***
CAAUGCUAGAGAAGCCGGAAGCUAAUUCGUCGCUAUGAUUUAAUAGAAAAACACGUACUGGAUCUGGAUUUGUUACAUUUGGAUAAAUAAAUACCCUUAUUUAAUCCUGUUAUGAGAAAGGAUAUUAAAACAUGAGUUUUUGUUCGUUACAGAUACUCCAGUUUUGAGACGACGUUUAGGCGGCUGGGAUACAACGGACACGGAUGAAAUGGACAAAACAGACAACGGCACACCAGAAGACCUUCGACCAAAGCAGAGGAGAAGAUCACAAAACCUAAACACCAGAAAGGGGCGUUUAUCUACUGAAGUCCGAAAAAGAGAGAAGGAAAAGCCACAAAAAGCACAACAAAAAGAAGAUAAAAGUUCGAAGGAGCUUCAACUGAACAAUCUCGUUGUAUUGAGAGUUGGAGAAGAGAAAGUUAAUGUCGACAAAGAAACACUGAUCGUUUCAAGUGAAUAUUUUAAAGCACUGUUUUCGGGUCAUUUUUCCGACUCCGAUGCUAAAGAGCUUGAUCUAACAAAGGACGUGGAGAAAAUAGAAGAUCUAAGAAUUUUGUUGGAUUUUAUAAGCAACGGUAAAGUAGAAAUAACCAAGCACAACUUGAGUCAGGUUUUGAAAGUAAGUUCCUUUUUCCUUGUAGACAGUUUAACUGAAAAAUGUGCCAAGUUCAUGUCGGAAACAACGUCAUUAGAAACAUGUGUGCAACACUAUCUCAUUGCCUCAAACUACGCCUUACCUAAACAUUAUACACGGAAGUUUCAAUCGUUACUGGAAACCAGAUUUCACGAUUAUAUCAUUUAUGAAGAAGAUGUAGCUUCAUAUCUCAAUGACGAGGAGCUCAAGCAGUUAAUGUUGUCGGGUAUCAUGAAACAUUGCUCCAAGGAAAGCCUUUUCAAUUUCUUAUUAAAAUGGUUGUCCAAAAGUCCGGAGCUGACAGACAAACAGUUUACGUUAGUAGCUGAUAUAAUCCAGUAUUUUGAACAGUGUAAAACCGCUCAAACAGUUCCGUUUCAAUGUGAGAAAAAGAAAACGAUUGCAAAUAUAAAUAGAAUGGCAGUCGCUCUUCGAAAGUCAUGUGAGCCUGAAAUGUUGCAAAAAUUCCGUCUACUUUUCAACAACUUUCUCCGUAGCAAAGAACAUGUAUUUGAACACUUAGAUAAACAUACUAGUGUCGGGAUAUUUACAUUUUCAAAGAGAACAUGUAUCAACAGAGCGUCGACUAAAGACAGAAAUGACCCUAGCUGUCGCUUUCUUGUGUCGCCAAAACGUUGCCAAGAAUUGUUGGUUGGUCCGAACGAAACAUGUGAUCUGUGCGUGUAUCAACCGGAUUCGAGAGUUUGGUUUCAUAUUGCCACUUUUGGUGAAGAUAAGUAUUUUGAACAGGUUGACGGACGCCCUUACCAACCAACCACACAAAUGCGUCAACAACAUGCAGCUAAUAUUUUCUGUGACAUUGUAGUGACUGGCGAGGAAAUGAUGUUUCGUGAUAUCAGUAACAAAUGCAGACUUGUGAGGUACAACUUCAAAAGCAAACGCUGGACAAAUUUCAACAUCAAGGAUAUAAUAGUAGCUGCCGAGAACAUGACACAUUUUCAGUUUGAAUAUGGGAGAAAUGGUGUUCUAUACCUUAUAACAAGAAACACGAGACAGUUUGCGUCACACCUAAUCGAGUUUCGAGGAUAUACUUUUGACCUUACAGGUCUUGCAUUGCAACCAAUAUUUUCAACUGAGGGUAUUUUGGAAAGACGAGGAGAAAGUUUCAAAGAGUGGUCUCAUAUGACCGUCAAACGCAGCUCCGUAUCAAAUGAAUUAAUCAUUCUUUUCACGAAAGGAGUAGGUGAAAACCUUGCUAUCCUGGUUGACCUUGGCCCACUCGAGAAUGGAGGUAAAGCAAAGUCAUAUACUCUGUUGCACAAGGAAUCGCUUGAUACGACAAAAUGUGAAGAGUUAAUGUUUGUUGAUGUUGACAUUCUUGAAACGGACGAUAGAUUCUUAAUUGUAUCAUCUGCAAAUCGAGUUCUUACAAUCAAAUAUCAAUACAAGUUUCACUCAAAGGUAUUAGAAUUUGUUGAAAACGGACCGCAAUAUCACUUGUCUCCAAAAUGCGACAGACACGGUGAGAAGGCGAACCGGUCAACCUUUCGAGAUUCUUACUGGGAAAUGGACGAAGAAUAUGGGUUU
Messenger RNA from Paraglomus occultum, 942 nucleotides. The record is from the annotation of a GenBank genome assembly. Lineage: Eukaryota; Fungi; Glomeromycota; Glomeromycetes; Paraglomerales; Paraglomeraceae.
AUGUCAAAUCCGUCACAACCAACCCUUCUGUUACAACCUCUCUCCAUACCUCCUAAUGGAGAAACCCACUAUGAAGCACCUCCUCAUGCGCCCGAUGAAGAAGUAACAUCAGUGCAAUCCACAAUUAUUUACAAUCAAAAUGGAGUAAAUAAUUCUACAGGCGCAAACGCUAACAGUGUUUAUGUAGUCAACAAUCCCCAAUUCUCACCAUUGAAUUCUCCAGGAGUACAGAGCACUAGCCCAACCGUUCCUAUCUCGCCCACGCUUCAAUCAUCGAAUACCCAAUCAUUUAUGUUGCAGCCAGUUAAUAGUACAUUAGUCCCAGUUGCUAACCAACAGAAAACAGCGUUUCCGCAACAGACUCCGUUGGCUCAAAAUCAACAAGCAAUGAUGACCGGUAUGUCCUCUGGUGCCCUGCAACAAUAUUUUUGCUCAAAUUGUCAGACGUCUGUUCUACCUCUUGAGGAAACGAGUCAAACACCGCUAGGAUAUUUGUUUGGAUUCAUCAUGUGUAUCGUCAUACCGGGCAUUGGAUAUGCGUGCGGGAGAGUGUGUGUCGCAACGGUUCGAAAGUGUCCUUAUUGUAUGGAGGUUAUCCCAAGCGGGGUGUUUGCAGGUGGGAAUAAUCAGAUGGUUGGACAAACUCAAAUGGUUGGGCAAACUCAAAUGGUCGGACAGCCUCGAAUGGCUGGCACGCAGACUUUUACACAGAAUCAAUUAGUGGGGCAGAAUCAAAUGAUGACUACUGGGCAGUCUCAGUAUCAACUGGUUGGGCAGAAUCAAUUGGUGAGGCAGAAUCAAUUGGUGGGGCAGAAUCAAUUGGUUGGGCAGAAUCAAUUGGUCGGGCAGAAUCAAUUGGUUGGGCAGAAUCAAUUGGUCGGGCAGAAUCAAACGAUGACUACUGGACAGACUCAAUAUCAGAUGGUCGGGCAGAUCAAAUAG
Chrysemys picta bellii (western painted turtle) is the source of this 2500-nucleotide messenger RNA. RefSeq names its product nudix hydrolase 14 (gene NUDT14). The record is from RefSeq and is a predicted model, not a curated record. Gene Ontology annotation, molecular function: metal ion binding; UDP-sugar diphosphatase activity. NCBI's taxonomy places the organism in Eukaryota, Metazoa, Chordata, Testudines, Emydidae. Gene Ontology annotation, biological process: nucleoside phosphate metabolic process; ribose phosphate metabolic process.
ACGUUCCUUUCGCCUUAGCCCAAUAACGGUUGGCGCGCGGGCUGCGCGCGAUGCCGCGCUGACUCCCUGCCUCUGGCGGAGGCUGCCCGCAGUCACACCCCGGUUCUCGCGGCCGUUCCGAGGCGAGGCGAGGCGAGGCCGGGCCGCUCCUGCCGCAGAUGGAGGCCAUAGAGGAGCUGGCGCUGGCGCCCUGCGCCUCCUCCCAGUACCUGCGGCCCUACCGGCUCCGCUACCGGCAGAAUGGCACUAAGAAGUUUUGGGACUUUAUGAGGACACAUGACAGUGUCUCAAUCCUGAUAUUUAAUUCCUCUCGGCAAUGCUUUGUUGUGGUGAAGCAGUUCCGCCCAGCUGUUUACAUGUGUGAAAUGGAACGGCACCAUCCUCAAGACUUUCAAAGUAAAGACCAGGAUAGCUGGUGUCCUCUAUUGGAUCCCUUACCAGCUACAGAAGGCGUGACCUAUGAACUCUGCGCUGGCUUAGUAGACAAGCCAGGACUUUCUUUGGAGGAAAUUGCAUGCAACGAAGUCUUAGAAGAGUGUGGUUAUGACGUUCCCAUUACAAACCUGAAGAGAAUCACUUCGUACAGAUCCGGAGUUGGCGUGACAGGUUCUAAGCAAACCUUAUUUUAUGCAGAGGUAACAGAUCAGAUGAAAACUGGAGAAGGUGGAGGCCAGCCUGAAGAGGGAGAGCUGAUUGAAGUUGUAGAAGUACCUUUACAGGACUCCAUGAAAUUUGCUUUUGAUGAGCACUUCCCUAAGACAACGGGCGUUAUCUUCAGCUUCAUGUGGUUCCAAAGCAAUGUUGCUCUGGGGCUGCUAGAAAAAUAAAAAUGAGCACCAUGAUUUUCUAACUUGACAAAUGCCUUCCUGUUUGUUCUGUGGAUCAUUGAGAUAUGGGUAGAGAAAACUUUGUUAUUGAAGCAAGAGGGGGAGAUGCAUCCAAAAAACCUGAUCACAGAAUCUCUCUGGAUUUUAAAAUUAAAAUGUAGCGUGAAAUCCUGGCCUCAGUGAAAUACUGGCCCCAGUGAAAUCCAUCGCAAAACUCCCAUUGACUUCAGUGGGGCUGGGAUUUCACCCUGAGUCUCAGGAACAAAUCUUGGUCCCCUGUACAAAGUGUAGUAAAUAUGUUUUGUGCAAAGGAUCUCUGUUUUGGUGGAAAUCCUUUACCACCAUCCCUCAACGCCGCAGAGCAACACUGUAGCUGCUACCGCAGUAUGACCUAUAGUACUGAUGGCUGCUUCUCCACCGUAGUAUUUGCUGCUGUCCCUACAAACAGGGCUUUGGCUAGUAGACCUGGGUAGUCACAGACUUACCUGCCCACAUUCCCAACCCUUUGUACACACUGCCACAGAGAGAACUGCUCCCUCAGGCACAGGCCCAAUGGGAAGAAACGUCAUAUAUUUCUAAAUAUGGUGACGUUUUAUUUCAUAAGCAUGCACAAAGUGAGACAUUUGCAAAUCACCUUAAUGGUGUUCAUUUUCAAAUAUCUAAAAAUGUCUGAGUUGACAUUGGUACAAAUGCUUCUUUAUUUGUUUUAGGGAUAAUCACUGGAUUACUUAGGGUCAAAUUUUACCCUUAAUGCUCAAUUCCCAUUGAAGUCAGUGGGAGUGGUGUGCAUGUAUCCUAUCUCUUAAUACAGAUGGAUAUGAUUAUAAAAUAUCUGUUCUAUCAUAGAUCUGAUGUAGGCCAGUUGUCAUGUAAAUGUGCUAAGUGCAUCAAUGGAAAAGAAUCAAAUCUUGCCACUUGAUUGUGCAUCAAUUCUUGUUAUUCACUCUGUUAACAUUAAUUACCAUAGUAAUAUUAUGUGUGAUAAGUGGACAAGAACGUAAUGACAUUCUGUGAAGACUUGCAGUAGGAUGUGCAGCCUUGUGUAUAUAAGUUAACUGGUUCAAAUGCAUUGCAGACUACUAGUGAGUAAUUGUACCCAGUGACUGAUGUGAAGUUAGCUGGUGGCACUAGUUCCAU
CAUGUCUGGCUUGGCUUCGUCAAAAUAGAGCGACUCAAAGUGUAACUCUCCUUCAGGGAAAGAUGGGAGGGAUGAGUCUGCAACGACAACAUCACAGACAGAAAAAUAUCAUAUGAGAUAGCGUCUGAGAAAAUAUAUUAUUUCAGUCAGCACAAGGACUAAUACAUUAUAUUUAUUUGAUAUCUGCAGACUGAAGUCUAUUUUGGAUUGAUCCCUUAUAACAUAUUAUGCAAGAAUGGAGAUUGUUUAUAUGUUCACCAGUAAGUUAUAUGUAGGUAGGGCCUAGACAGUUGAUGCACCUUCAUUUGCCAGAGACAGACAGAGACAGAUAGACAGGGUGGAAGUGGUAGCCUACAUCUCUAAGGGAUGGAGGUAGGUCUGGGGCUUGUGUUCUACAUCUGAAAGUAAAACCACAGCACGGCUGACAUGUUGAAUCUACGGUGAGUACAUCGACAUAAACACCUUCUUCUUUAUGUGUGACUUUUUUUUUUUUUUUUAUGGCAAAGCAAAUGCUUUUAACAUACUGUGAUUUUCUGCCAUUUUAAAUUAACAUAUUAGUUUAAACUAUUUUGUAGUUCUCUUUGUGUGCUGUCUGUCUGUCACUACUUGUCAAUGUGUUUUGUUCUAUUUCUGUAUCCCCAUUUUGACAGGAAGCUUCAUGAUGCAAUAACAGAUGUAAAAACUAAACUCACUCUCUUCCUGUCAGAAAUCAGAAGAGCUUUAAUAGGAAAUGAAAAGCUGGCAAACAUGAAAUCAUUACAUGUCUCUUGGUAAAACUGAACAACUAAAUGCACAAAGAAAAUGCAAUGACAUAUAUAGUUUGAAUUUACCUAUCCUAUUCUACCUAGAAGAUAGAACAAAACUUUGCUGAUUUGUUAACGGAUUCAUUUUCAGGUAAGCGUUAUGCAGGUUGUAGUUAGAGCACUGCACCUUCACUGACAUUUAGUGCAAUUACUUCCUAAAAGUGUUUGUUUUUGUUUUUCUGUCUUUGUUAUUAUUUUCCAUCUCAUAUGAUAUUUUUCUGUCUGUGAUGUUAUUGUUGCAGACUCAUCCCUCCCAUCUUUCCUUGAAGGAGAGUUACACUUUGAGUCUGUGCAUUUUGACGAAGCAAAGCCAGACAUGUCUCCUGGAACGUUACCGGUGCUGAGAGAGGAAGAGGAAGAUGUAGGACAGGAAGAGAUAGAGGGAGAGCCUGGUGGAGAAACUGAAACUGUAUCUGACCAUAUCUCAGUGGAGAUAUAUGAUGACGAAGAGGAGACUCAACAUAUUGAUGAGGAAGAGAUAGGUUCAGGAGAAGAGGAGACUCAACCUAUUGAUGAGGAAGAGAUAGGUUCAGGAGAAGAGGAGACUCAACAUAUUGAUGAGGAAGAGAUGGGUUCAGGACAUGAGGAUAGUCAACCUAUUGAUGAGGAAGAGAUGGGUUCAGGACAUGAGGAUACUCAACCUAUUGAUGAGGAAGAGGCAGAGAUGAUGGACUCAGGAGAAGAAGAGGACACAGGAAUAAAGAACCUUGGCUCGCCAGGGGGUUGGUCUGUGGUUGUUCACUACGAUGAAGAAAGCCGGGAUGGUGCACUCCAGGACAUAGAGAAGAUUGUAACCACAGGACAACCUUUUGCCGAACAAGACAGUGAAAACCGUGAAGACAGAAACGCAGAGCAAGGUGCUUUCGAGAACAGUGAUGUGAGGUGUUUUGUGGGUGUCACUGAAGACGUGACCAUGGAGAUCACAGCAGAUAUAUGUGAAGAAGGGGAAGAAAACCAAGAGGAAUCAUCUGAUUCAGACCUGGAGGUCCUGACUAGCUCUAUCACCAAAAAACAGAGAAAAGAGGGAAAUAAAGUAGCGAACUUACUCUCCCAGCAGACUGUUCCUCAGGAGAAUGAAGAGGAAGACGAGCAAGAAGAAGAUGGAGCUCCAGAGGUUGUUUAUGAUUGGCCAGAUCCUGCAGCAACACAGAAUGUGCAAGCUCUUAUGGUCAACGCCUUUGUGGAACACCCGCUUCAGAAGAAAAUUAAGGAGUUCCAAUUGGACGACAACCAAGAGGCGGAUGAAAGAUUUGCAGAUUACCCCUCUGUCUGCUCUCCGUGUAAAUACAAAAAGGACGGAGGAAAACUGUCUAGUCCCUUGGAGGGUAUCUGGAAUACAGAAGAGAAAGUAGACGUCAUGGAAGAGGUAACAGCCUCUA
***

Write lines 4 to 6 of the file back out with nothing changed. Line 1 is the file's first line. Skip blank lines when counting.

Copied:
Chrysemys picta bellii (western painted turtle) is the source of this 2500-nucleotide messenger RNA. RefSeq names its product nudix hydrolase 14 (gene NUDT14). The record is from RefSeq and is a predicted model, not a curated record. Gene Ontology annotation, molecular function: metal ion binding; UDP-sugar diphosphatase activity. NCBI's taxonomy places the organism in Eukaryota, Metazoa, Chordata, Testudines, Emydidae. Gene Ontology annotation, biological process: nucleoside phosphate metabolic process; ribose phosphate metabolic process.
ACGUUCCUUUCGCCUUAGCCCAAUAACGGUUGGCGCGCGGGCUGCGCGCGAUGCCGCGCUGACUCCCUGCCUCUGGCGGAGGCUGCCCGCAGUCACACCCCGGUUCUCGCGGCCGUUCCGAGGCGAGGCGAGGCGAGGCCGGGCCGCUCCUGCCGCAGAUGGAGGCCAUAGAGGAGCUGGCGCUGGCGCCCUGCGCCUCCUCCCAGUACCUGCGGCCCUACCGGCUCCGCUACCGGCAGAAUGGCACUAAGAAGUUUUGGGACUUUAUGAGGACACAUGACAGUGUCUCAAUCCUGAUAUUUAAUUCCUCUCGGCAAUGCUUUGUUGUGGUGAAGCAGUUCCGCCCAGCUGUUUACAUGUGUGAAAUGGAACGGCACCAUCCUCAAGACUUUCAAAGUAAAGACCAGGAUAGCUGGUGUCCUCUAUUGGAUCCCUUACCAGCUACAGAAGGCGUGACCUAUGAACUCUGCGCUGGCUUAGUAGACAAGCCAGGACUUUCUUUGGAGGAAAUUGCAUGCAACGAAGUCUUAGAAGAGUGUGGUUAUGACGUUCCCAUUACAAACCUGAAGAGAAUCACUUCGUACAGAUCCGGAGUUGGCGUGACAGGUUCUAAGCAAACCUUAUUUUAUGCAGAGGUAACAGAUCAGAUGAAAACUGGAGAAGGUGGAGGCCAGCCUGAAGAGGGAGAGCUGAUUGAAGUUGUAGAAGUACCUUUACAGGACUCCAUGAAAUUUGCUUUUGAUGAGCACUUCCCUAAGACAACGGGCGUUAUCUUCAGCUUCAUGUGGUUCCAAAGCAAUGUUGCUCUGGGGCUGCUAGAAAAAUAAAAAUGAGCACCAUGAUUUUCUAACUUGACAAAUGCCUUCCUGUUUGUUCUGUGGAUCAUUGAGAUAUGGGUAGAGAAAACUUUGUUAUUGAAGCAAGAGGGGGAGAUGCAUCCAAAAAACCUGAUCACAGAAUCUCUCUGGAUUUUAAAAUUAAAAUGUAGCGUGAAAUCCUGGCCUCAGUGAAAUACUGGCCCCAGUGAAAUCCAUCGCAAAACUCCCAUUGACUUCAGUGGGGCUGGGAUUUCACCCUGAGUCUCAGGAACAAAUCUUGGUCCCCUGUACAAAGUGUAGUAAAUAUGUUUUGUGCAAAGGAUCUCUGUUUUGGUGGAAAUCCUUUACCACCAUCCCUCAACGCCGCAGAGCAACACUGUAGCUGCUACCGCAGUAUGACCUAUAGUACUGAUGGCUGCUUCUCCACCGUAGUAUUUGCUGCUGUCCCUACAAACAGGGCUUUGGCUAGUAGACCUGGGUAGUCACAGACUUACCUGCCCACAUUCCCAACCCUUUGUACACACUGCCACAGAGAGAACUGCUCCCUCAGGCACAGGCCCAAUGGGAAGAAACGUCAUAUAUUUCUAAAUAUGGUGACGUUUUAUUUCAUAAGCAUGCACAAAGUGAGACAUUUGCAAAUCACCUUAAUGGUGUUCAUUUUCAAAUAUCUAAAAAUGUCUGAGUUGACAUUGGUACAAAUGCUUCUUUAUUUGUUUUAGGGAUAAUCACUGGAUUACUUAGGGUCAAAUUUUACCCUUAAUGCUCAAUUCCCAUUGAAGUCAGUGGGAGUGGUGUGCAUGUAUCCUAUCUCUUAAUACAGAUGGAUAUGAUUAUAAAAUAUCUGUUCUAUCAUAGAUCUGAUGUAGGCCAGUUGUCAUGUAAAUGUGCUAAGUGCAUCAAUGGAAAAGAAUCAAAUCUUGCCACUUGAUUGUGCAUCAAUUCUUGUUAUUCACUCUGUUAACAUUAAUUACCAUAGUAAUAUUAUGUGUGAUAAGUGGACAAGAACGUAAUGACAUUCUGUGAAGACUUGCAGUAGGAUGUGCAGCCUUGUGUAUAUAAGUUAACUGGUUCAAAUGCAUUGCAGACUACUAGUGAGUAAUUGUACCCAGUGACUGAUGUGAAGUUAGCUGGUGGCACUAGUUCCAU
CAUGUCUGGCUUGGCUUCGUCAAAAUAGAGCGACUCAAAGUGUAACUCUCCUUCAGGGAAAGAUGGGAGGGAUGAGUCUGCAACGACAACAUCACAGACAGAAAAAUAUCAUAUGAGAUAGCGUCUGAGAAAAUAUAUUAUUUCAGUCAGCACAAGGACUAAUACAUUAUAUUUAUUUGAUAUCUGCAGACUGAAGUCUAUUUUGGAUUGAUCCCUUAUAACAUAUUAUGCAAGAAUGGAGAUUGUUUAUAUGUUCACCAGUAAGUUAUAUGUAGGUAGGGCCUAGACAGUUGAUGCACCUUCAUUUGCCAGAGACAGACAGAGACAGAUAGACAGGGUGGAAGUGGUAGCCUACAUCUCUAAGGGAUGGAGGUAGGUCUGGGGCUUGUGUUCUACAUCUGAAAGUAAAACCACAGCACGGCUGACAUGUUGAAUCUACGGUGAGUACAUCGACAUAAACACCUUCUUCUUUAUGUGUGACUUUUUUUUUUUUUUUUAUGGCAAAGCAAAUGCUUUUAACAUACUGUGAUUUUCUGCCAUUUUAAAUUAACAUAUUAGUUUAAACUAUUUUGUAGUUCUCUUUGUGUGCUGUCUGUCUGUCACUACUUGUCAAUGUGUUUUGUUCUAUUUCUGUAUCCCCAUUUUGACAGGAAGCUUCAUGAUGCAAUAACAGAUGUAAAAACUAAACUCACUCUCUUCCUGUCAGAAAUCAGAAGAGCUUUAAUAGGAAAUGAAAAGCUGGCAAACAUGAAAUCAUUACAUGUCUCUUGGUAAAACUGAACAACUAAAUGCACAAAGAAAAUGCAAUGACAUAUAUAGUUUGAAUUUACCUAUCCUAUUCUACCUAGAAGAUAGAACAAAACUUUGCUGAUUUGUUAACGGAUUCAUUUUCAGGUAAGCGUUAUGCAGGUUGUAGUUAGAGCACUGCACCUUCACUGACAUUUAGUGCAAUUACUUCCUAAAAGUGUUUGUUUUUGUUUUUCUGUCUUUGUUAUUAUUUUCCAUCUCAUAUGAUAUUUUUCUGUCUGUGAUGUUAUUGUUGCAGACUCAUCCCUCCCAUCUUUCCUUGAAGGAGAGUUACACUUUGAGUCUGUGCAUUUUGACGAAGCAAAGCCAGACAUGUCUCCUGGAACGUUACCGGUGCUGAGAGAGGAAGAGGAAGAUGUAGGACAGGAAGAGAUAGAGGGAGAGCCUGGUGGAGAAACUGAAACUGUAUCUGACCAUAUCUCAGUGGAGAUAUAUGAUGACGAAGAGGAGACUCAACAUAUUGAUGAGGAAGAGAUAGGUUCAGGAGAAGAGGAGACUCAACCUAUUGAUGAGGAAGAGAUAGGUUCAGGAGAAGAGGAGACUCAACAUAUUGAUGAGGAAGAGAUGGGUUCAGGACAUGAGGAUAGUCAACCUAUUGAUGAGGAAGAGAUGGGUUCAGGACAUGAGGAUACUCAACCUAUUGAUGAGGAAGAGGCAGAGAUGAUGGACUCAGGAGAAGAAGAGGACACAGGAAUAAAGAACCUUGGCUCGCCAGGGGGUUGGUCUGUGGUUGUUCACUACGAUGAAGAAAGCCGGGAUGGUGCACUCCAGGACAUAGAGAAGAUUGUAACCACAGGACAACCUUUUGCCGAACAAGACAGUGAAAACCGUGAAGACAGAAACGCAGAGCAAGGUGCUUUCGAGAACAGUGAUGUGAGGUGUUUUGUGGGUGUCACUGAAGACGUGACCAUGGAGAUCACAGCAGAUAUAUGUGAAGAAGGGGAAGAAAACCAAGAGGAAUCAUCUGAUUCAGACCUGGAGGUCCUGACUAGCUCUAUCACCAAAAAACAGAGAAAAGAGGGAAAUAAAGUAGCGAACUUACUCUCCCAGCAGACUGUUCCUCAGGAGAAUGAAGAGGAAGACGAGCAAGAAGAAGAUGGAGCUCCAGAGGUUGUUUAUGAUUGGCCAGAUCCUGCAGCAACACAGAAUGUGCAAGCUCUUAUGGUCAACGCCUUUGUGGAACACCCGCUUCAGAAGAAAAUUAAGGAGUUCCAAUUGGACGACAACCAAGAGGCGGAUGAAAGAUUUGCAGAUUACCCCUCUGUCUGCUCUCCGUGUAAAUACAAAAAGGACGGAGGAAAACUGUCUAGUCCCUUGGAGGGUAUCUGGAAUACAGAAGAGAAAGUAGACGUCAUGGAAGAGGUAACAGCCUCUA